It could be a pollination problem or because the plants are still young..Cucumber plants, like squash, melons, and similar plants have separate male and female flowers. The female flower has a small fruit behind it, the male don't. The male flowers produce the pollen needed to fertilise the fruit on the female flower, but they do not produce the fruit. The female flower don't produce pollen but need it for the fruit to develop. It is therefore dependent on a pollinator - usually insect to bring the pollen from the male to the female flower.
Male flowers start to form before female flowers but as they do not carry fruits, it is not unusual to have a profusion of blooms at the start of the flowering period, and no fruits. This period vary depending on the plant variety and growing conditions.
If the problem is lack of pollinators, you will see female flowers on your cucumber plants, but they will not start to swell and will often turn yellow and fall off. Pollinators are usually honey or bumblebees, but other inects such as solitary bees are also good pollinators. In the past several years we have had various problems affecting the honey bee populations. However, bumblebees and other inscts are also good pollinators for these plants. Small, native ground bees are also good pollinators. Some years pollinators have been slow to appear and there have been issues about the reduction in the honey bee population in recent times and the use of pesticdes can damage habitat for other pollinators.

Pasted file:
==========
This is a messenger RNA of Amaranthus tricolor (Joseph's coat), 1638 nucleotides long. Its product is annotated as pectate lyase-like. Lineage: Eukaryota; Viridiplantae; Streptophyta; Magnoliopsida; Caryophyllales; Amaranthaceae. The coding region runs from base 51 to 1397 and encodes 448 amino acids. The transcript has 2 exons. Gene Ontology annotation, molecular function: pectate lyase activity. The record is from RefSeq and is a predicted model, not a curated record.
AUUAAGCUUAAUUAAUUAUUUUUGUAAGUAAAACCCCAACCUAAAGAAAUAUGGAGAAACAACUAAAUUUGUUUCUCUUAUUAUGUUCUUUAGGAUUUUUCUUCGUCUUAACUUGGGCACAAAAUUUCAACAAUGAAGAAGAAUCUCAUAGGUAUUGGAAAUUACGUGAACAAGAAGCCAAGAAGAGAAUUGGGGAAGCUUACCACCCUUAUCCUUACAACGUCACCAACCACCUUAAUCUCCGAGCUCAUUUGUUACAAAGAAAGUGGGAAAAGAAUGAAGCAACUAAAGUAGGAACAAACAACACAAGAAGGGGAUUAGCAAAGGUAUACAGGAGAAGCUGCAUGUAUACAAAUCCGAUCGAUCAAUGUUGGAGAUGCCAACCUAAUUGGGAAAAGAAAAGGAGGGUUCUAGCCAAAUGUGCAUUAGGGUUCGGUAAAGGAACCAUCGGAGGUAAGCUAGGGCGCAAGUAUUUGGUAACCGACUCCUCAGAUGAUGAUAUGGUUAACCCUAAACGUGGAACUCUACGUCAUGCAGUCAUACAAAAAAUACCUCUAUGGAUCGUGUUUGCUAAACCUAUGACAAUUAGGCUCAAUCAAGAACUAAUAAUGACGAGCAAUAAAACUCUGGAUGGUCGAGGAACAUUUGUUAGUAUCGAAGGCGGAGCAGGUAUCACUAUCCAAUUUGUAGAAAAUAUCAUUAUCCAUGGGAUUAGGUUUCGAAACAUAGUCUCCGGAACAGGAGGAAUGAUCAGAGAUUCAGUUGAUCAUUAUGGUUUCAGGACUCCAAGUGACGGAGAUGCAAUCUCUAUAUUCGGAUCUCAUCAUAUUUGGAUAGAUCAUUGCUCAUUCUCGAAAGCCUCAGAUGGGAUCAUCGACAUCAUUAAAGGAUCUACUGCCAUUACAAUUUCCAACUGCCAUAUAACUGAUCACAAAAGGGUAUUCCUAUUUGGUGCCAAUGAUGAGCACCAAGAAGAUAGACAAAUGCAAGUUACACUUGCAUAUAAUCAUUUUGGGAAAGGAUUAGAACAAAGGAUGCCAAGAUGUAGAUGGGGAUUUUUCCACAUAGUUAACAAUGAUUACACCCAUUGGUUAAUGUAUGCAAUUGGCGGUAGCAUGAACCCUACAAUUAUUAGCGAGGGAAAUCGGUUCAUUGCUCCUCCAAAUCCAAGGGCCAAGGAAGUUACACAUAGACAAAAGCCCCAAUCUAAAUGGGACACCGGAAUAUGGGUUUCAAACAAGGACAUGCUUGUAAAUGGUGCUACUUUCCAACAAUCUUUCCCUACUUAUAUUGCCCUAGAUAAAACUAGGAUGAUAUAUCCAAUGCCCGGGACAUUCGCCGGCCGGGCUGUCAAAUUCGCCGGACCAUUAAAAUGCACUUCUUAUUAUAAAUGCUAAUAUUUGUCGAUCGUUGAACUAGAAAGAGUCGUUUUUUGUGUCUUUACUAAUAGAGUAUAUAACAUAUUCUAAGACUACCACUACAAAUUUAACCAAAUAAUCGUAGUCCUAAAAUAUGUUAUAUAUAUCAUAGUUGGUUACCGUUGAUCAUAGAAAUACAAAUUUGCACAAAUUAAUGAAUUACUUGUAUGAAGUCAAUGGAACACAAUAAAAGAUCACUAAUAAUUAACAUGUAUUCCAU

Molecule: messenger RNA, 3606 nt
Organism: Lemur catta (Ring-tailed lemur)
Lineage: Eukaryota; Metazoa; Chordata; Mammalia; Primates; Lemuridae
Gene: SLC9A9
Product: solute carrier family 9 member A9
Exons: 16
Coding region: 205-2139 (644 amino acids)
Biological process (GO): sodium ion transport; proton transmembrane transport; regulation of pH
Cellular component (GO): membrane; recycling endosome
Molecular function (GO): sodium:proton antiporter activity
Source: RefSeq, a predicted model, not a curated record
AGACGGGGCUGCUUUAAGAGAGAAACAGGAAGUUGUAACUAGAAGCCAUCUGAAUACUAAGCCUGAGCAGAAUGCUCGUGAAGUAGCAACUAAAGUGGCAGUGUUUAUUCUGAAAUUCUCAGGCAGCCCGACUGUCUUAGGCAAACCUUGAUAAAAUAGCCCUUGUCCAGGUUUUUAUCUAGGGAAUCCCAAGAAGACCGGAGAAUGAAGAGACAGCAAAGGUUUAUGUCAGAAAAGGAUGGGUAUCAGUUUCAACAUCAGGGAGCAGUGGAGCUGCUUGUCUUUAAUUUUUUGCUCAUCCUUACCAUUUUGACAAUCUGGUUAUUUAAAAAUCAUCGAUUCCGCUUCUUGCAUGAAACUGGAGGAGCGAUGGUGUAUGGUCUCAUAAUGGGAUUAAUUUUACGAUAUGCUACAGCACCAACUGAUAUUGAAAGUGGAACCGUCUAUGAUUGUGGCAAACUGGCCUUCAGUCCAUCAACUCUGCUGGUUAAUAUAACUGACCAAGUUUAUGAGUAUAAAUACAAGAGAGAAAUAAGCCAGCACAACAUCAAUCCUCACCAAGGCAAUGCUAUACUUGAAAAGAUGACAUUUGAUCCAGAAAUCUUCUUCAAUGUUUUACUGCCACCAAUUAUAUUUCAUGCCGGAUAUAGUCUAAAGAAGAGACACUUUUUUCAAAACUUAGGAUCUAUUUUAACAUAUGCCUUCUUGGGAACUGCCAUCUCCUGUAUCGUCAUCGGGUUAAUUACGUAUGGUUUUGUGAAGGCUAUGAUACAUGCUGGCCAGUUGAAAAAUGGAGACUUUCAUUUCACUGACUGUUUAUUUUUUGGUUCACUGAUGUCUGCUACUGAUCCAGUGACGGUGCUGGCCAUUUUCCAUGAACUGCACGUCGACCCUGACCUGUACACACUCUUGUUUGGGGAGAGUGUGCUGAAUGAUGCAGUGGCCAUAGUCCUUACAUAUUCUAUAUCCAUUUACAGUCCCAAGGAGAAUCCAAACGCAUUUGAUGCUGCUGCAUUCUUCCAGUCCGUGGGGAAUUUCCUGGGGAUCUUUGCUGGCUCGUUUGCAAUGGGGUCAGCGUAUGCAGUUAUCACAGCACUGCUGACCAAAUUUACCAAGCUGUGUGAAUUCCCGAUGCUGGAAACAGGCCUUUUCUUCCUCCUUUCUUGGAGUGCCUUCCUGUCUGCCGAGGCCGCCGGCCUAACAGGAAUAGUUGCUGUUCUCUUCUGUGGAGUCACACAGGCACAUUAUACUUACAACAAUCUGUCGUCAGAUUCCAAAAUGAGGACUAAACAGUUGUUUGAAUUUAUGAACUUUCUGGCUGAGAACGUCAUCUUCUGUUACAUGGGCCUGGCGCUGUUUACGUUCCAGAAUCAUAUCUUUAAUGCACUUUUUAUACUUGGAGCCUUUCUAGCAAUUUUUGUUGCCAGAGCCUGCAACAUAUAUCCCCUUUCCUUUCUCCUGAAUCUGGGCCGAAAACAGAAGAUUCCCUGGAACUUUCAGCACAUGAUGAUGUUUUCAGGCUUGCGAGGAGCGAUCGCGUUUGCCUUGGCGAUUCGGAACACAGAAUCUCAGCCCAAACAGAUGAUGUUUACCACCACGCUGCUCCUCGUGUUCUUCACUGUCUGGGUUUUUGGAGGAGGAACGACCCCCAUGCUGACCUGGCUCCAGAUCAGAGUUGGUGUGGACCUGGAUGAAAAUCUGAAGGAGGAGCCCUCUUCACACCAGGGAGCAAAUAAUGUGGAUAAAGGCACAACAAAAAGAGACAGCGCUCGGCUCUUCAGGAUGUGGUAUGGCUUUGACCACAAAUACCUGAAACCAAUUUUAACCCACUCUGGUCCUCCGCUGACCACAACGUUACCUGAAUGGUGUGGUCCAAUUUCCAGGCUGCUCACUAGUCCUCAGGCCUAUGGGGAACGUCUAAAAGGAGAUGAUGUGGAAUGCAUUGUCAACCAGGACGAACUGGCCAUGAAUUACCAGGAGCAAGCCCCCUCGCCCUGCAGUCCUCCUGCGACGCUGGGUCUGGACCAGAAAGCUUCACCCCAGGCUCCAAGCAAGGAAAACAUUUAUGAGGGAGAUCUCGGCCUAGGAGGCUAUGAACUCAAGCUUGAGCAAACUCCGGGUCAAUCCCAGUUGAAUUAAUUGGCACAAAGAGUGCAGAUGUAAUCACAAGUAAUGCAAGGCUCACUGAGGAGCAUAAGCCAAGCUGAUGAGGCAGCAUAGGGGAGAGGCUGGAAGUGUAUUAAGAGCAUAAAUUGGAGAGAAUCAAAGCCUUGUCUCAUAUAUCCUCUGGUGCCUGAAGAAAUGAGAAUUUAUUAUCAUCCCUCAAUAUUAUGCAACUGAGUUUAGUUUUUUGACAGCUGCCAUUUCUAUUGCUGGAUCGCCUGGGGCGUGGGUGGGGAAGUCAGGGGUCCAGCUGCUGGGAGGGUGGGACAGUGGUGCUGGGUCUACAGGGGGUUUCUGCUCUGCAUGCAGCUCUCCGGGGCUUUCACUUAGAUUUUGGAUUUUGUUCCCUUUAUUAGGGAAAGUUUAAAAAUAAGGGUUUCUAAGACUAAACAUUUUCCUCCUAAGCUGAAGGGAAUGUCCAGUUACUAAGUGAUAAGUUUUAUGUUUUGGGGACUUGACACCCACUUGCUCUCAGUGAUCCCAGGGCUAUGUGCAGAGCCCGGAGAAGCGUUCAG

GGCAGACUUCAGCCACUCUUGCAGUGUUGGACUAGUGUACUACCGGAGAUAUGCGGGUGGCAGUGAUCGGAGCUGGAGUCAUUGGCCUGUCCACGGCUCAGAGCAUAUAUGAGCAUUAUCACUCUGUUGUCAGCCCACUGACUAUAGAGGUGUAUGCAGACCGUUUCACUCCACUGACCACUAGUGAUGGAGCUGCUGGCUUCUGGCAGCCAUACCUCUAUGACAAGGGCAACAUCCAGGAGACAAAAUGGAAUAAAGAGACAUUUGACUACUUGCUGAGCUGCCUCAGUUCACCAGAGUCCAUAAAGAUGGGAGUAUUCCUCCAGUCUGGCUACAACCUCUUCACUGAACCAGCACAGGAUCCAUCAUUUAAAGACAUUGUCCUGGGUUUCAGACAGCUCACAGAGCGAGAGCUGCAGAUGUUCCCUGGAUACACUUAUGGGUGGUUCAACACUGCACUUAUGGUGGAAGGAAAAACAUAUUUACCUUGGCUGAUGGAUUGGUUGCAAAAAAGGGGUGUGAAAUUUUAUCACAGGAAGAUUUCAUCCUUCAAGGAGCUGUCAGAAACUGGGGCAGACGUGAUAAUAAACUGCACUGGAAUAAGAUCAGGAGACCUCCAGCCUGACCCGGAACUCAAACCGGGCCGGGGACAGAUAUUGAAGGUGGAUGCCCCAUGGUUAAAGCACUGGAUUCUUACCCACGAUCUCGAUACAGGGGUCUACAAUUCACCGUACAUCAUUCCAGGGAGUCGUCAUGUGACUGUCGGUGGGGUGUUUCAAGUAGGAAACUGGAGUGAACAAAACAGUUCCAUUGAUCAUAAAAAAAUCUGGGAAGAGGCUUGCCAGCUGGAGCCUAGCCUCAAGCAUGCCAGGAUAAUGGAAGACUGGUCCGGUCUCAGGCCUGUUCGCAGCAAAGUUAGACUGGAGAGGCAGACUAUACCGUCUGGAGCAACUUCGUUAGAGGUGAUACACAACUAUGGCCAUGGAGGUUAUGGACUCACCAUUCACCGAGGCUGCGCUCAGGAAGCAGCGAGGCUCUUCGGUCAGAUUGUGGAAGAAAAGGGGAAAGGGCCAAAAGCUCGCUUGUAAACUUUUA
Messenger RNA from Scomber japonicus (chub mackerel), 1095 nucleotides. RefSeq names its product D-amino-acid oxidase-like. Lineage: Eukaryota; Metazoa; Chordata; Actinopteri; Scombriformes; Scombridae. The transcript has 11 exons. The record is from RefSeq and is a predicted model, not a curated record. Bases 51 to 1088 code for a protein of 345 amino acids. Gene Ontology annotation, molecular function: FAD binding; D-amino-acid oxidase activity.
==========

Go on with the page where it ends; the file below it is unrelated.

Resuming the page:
You can hand pollinate your cucumbers by hand as an alternative. Remember the flowers re only fertile in the morning of their first day. In the morning collect pollen from the stamens at the center of the male flowers and then transfer it to the stigma at the center of the female flowers. Any small paint brush with a soft bristle will do the job adequately. Success should mean you start to see the fruit swelling into recognizable cucumbers in a few days. Hopefully the normal pollinators will reappear shortly if this is the problem.